Kurdish Peshmarga Should Stay Where They Belong
By Ardalan Hardi
The New York Times reported on Dec. 14th that the Iraqi government wants to replace the U.S. troops in Baghdad with largely Kurdish Peshmarga forces from Kurdistan, to take primary responsibility for security in the Capital of Iraq.
According to NY Times’ Mowaffak al-Rubaie, Iraq’s national security adviser said that the plan was presented during the President Bush and Prime Minister Nuri al-Maliki meeting in Amman, Jordan, on Nov. 30 2006.
On a phone interview with, Kurdish Aspect, Sheikh Ja’far Mustafa Minster of Peshmarga Forces in Kurdistan Regional Government (KRG) denied that there was such a plan, “The news is baseless” he said from Baghdad.
Meanwhile Hawlati reported on Dec. 20th that the Kurdish leaders have reached an agreement with officials in Baghdad for sending Peshmarga for some especial operations in Middle of Iraq.
The source told Hawlati, "the Kurdish leaders opposed to the idea of sending Peshmarga without a plan to Baghdad and fight unknown enemy, but they agree to send Peshmarga for some special operations in some specific areas,"
Nechirvan Barzani, told reporters on his arrival from Baghdad, "if Prime Minister, Nuri al-Maliki, officially asks the president of Kurdistan to send Peshmarga to the middle of Iraq, then we agree but for some specific purpose,"
The source told Hawlati that Nechirvan Barzani meant "terrorist" groups when he told reporters "specific purpose". The source said that those terrorist groups exist in some parts of Iraq and there are possibilities that they could be attacked and the operation will have a, "clear political purpose"
Yesterday, President Jalal Talabani told Kurdistani Nwe that “Peshmarga is recognized as a legitimate organized military force in the region, therefore the government could benefit by utilizing that force where ever is needed”.
Iraqi government is asking Kurdish forces to do something that neither the Iraqi nor American troops have been able to do: restore stability so that healthy institutions of self-government can begin to develop. Flooding the war zone with Peshmarga forces from the north would be a catastrophe for the Kurdish political future in Iraq. Until now the sectarian violence has been between majority Shiites and Sunnis while the Kurds have been able steer clear of this meaningless slaughter. Moving Kurdish forces to Baghdad will lead to the escalation of violence into the Kurdish region and the current sectarian war might become a Kurd-Arab war. Once Kurdish forces arrive in Baghdad, Shiites and Sunnis may put their disputes aside to fight against the Kurds.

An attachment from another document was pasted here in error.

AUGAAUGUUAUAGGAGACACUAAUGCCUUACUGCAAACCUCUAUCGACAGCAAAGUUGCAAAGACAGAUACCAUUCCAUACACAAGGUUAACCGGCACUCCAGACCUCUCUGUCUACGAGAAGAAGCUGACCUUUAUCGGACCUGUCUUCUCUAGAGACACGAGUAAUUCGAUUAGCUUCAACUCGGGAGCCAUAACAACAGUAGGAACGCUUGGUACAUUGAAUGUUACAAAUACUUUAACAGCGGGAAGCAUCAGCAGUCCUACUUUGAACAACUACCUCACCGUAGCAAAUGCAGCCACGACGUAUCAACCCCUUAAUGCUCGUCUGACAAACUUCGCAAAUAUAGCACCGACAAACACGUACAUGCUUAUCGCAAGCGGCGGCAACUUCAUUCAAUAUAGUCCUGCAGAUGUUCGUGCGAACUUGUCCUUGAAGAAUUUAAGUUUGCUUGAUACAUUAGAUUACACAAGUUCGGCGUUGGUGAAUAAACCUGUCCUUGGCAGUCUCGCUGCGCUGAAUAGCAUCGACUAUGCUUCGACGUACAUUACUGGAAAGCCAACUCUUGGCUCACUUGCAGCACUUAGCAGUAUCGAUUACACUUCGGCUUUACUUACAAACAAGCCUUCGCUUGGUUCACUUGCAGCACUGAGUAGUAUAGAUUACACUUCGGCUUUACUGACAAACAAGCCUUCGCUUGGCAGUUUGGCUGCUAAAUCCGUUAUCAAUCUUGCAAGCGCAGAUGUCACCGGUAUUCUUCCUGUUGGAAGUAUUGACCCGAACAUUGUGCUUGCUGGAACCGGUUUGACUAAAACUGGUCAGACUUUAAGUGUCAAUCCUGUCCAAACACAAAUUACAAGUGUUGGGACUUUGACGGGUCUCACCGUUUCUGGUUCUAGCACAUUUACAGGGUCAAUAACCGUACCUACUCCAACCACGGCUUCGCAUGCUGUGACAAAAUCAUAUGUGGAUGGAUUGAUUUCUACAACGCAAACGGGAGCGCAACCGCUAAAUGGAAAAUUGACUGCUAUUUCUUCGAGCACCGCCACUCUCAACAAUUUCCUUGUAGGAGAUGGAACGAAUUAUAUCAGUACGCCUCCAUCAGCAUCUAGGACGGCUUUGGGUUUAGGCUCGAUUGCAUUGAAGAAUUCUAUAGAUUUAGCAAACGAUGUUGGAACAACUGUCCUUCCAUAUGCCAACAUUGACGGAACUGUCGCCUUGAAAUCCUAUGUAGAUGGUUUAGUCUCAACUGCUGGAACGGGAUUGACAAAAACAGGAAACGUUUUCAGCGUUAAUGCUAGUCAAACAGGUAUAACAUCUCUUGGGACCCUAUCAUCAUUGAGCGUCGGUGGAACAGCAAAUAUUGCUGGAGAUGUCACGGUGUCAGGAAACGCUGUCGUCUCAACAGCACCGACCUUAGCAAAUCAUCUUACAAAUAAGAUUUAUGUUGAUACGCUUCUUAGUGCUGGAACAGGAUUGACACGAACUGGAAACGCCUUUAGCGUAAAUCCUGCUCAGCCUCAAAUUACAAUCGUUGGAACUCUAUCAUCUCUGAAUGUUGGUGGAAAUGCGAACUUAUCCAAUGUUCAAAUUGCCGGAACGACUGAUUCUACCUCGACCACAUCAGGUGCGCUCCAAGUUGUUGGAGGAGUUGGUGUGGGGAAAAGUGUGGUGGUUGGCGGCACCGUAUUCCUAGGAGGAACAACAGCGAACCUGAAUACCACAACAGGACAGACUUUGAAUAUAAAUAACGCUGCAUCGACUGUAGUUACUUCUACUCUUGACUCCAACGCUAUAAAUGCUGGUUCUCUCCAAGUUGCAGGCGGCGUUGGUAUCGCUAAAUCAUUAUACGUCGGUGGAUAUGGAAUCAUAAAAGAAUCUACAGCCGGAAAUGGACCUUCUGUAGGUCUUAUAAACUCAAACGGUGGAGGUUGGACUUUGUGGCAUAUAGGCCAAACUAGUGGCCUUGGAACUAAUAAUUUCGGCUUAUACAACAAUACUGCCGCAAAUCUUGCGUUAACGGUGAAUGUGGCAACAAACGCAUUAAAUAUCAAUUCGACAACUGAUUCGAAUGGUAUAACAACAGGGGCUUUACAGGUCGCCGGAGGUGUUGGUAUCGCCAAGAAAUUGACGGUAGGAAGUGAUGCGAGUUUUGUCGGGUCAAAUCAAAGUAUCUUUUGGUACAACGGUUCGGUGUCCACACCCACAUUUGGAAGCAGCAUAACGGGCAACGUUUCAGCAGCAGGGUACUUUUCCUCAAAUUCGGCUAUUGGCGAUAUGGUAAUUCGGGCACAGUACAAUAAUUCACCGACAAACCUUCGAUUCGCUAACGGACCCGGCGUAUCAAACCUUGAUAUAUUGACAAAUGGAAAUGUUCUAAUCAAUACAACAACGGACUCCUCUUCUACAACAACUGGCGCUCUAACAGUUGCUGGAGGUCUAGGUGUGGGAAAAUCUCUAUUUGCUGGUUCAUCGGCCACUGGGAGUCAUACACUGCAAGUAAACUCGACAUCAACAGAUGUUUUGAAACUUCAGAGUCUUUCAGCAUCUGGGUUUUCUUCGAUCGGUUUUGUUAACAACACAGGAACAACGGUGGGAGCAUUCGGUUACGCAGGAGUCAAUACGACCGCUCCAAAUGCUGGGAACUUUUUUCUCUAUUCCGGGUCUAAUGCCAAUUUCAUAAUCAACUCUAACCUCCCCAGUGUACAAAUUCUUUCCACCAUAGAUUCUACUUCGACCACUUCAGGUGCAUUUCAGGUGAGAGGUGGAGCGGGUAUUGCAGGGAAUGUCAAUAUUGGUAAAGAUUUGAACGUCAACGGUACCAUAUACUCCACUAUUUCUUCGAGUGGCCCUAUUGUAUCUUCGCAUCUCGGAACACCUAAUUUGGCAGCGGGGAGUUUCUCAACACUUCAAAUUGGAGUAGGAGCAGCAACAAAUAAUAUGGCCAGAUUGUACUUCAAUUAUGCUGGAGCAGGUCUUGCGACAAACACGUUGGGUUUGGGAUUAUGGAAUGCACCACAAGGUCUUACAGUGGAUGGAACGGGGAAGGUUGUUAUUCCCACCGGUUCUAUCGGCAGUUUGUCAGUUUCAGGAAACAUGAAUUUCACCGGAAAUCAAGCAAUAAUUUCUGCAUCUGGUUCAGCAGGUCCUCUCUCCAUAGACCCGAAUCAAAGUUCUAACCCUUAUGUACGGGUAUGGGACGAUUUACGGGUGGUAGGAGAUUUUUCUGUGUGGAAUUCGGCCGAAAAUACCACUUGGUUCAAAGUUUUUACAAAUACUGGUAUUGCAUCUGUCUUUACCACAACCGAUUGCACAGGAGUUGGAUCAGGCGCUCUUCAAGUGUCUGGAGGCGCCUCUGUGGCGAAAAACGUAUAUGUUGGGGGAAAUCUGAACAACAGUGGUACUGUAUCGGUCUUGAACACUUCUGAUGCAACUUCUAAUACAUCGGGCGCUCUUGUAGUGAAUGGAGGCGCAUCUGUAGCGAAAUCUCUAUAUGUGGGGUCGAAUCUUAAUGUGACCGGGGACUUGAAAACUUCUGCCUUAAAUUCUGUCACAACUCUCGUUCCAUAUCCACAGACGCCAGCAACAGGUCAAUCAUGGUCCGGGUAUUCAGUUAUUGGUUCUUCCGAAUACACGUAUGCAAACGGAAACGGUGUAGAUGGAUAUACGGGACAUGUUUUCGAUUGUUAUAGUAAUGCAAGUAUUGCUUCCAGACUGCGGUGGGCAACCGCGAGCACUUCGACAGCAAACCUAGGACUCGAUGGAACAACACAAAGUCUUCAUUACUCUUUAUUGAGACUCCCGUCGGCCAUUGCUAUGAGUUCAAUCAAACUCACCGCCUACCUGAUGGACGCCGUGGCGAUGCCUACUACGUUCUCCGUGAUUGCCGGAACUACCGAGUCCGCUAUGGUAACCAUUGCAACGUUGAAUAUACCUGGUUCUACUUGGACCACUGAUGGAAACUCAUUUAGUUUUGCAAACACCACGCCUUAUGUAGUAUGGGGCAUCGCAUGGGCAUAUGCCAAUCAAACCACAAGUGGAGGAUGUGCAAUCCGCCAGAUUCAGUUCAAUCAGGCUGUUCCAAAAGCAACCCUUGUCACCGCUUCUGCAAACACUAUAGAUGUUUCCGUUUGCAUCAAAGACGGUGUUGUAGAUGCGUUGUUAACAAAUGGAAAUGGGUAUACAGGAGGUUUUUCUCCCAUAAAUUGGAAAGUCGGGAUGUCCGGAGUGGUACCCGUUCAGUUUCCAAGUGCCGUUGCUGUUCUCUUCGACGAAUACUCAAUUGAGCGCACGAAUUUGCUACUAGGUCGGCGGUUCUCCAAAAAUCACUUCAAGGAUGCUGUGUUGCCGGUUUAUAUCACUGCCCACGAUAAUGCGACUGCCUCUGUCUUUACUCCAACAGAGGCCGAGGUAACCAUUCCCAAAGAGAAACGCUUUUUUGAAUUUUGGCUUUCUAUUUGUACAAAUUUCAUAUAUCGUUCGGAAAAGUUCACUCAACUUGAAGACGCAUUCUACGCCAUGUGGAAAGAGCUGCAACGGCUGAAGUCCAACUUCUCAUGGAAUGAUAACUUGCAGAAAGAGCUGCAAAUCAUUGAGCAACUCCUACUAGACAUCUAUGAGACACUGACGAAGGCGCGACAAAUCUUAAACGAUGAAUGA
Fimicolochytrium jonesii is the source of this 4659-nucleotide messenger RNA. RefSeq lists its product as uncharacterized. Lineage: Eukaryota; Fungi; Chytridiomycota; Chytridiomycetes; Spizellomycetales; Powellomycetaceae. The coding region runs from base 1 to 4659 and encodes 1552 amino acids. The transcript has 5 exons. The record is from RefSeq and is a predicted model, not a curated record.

Further more; the current finger pointing of the death squads between Sunni and Shiites will also be directed towards the Kurds. The Kurdish people have already been accused of being the U.S and Israeli agents by the Sunni insurgents and Sadr militiamen. Both groups have constantly rejected Kurdistan federal region. Just recently, Abdulhadi Al Darraji, the representative of the Sadr movement in Baghdad, told Awene, an independent Kurdish newspaper, that they reject KRG and strongly object the article 140 of the Iraqi Constitution, which calls for the normalization of Kirkuk and other disputed areas in Iraq.
Sending Kurdish forces to Baghdad with the hope of putting an end to the bloodshed, is a suicide mission for the Kurds and it could lead to a civil war with no end in sight. It also gives Sadr and Sunni nationalists more excuses spreading their hatred propaganda toward the Kurdish people.
Thus far, Kurdistan has been relatively safe from terrorist attacks. The terrorists have not been able to infiltrate and operate in the Kurdish region. Sending a large number of Peshmarga to the middle of Iraq will weaken the security situation in Kurdistan, and it still may not restore stability in Baghdad.